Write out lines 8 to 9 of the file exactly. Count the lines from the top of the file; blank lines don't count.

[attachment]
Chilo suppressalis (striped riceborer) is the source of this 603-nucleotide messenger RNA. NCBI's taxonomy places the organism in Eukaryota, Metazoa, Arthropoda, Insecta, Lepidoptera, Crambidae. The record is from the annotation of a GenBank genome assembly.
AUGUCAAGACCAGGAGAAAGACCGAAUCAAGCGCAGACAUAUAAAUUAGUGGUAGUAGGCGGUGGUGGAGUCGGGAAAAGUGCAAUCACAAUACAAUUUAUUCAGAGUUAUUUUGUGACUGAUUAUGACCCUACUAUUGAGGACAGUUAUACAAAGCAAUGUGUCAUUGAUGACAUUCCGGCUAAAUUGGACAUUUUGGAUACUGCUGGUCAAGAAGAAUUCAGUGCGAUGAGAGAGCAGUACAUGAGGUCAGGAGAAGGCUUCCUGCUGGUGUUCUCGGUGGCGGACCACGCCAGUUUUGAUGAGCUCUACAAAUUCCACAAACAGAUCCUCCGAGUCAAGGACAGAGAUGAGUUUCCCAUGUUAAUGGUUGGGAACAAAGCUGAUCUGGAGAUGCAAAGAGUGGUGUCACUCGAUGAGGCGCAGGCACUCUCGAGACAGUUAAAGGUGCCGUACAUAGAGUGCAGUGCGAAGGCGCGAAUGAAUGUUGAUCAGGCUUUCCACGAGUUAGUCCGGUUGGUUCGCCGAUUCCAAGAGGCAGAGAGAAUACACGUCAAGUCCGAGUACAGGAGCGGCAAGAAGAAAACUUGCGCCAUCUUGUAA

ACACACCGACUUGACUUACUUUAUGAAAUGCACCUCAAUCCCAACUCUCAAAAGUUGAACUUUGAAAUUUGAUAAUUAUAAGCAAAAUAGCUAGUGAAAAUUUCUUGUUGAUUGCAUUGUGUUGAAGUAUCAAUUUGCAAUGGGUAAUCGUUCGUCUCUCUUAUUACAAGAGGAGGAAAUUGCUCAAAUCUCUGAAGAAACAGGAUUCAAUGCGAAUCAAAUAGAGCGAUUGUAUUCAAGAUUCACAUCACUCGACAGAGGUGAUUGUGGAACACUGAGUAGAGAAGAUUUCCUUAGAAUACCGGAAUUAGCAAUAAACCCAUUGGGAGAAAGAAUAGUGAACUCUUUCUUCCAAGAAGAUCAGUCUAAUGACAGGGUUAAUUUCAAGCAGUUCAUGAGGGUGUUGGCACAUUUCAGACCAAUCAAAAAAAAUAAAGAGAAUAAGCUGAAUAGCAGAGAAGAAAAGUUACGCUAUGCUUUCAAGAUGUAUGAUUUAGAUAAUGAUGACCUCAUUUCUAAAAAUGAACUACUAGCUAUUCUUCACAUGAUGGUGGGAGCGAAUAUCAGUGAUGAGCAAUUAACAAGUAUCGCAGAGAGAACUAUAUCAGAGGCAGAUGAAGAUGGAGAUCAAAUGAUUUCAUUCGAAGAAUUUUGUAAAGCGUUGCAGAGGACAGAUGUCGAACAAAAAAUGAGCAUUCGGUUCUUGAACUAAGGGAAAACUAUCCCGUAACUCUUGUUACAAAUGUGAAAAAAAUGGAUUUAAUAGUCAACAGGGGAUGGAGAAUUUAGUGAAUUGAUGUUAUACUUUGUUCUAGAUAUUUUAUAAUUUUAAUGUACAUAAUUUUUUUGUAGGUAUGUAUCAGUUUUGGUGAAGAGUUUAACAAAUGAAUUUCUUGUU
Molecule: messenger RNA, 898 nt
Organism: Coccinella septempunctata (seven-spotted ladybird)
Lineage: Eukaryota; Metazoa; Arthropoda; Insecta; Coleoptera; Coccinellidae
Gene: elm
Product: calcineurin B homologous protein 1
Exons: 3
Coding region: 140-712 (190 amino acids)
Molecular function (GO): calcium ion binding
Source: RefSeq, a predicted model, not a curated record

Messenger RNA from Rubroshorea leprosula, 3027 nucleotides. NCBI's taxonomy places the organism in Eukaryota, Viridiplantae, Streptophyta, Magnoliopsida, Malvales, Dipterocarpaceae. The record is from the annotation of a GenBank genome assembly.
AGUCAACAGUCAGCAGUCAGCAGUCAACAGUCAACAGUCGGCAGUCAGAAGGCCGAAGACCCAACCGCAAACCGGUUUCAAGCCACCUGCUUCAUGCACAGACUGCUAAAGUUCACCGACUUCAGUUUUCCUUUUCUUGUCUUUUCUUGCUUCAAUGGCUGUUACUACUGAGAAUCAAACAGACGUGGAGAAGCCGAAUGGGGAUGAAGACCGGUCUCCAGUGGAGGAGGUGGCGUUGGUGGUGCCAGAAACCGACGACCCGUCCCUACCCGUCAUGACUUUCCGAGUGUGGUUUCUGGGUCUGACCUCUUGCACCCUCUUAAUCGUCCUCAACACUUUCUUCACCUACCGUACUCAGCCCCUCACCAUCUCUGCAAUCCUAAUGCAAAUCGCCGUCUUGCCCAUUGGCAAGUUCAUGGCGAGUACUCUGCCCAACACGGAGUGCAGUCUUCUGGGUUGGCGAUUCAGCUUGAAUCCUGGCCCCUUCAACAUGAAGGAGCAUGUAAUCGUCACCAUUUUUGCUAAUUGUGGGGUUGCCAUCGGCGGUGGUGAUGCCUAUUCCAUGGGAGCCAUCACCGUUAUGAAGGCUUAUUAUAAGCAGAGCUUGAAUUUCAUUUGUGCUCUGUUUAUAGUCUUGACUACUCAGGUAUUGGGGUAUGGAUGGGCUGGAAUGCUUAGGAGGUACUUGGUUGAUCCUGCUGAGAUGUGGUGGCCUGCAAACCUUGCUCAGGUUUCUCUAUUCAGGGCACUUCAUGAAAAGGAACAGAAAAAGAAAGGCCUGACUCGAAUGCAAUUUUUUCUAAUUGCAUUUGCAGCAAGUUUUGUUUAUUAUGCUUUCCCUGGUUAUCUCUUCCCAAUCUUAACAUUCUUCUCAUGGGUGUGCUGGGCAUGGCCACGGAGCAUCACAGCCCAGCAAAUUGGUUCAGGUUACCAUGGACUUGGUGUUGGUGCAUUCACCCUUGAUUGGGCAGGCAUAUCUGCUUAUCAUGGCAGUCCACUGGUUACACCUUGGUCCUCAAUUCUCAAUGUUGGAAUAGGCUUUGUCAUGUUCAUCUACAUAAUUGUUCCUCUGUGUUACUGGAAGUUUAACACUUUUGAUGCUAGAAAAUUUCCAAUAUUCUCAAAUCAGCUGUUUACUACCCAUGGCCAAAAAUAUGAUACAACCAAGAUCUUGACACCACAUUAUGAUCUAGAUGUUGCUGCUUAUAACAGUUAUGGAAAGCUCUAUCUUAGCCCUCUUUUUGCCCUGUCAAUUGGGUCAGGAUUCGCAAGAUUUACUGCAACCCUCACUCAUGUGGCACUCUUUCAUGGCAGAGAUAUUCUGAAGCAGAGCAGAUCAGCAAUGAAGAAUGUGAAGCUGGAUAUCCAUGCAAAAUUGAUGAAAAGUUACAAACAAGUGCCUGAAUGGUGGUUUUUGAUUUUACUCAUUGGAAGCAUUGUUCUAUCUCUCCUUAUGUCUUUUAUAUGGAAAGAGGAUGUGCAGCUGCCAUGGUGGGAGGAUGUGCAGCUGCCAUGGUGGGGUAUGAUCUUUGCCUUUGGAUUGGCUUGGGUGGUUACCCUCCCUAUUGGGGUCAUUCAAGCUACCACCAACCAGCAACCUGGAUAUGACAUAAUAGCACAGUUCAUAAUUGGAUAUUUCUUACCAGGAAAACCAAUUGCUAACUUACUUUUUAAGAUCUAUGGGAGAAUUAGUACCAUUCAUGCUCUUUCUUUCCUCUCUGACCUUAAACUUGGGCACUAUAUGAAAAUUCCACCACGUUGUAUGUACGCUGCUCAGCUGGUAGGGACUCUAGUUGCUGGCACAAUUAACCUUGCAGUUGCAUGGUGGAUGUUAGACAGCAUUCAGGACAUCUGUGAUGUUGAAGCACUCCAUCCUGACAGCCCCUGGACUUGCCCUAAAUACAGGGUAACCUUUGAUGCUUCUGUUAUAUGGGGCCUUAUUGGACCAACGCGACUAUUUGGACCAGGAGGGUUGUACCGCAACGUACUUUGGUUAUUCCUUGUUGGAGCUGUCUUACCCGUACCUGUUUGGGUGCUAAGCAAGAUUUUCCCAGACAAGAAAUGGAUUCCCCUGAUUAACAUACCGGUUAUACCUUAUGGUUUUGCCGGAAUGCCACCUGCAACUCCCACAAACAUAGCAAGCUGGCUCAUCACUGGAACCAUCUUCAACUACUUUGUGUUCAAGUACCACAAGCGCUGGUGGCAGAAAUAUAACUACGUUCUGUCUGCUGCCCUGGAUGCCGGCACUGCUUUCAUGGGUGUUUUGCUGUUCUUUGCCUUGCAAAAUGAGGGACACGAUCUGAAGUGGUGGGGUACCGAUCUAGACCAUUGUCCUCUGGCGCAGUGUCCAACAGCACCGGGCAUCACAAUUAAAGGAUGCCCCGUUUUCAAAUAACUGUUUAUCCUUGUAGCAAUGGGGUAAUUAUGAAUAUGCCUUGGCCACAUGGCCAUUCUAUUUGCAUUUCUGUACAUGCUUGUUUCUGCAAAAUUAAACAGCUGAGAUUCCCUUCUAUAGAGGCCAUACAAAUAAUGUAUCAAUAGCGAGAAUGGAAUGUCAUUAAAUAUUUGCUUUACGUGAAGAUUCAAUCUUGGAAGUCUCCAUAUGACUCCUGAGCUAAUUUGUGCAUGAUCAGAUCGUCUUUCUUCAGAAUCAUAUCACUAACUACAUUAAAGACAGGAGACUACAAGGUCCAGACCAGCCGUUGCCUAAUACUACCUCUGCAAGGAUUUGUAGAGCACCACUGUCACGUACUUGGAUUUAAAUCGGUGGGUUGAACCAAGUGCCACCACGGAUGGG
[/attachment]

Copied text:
Product: calcineurin B homologous protein 1
Exons: 3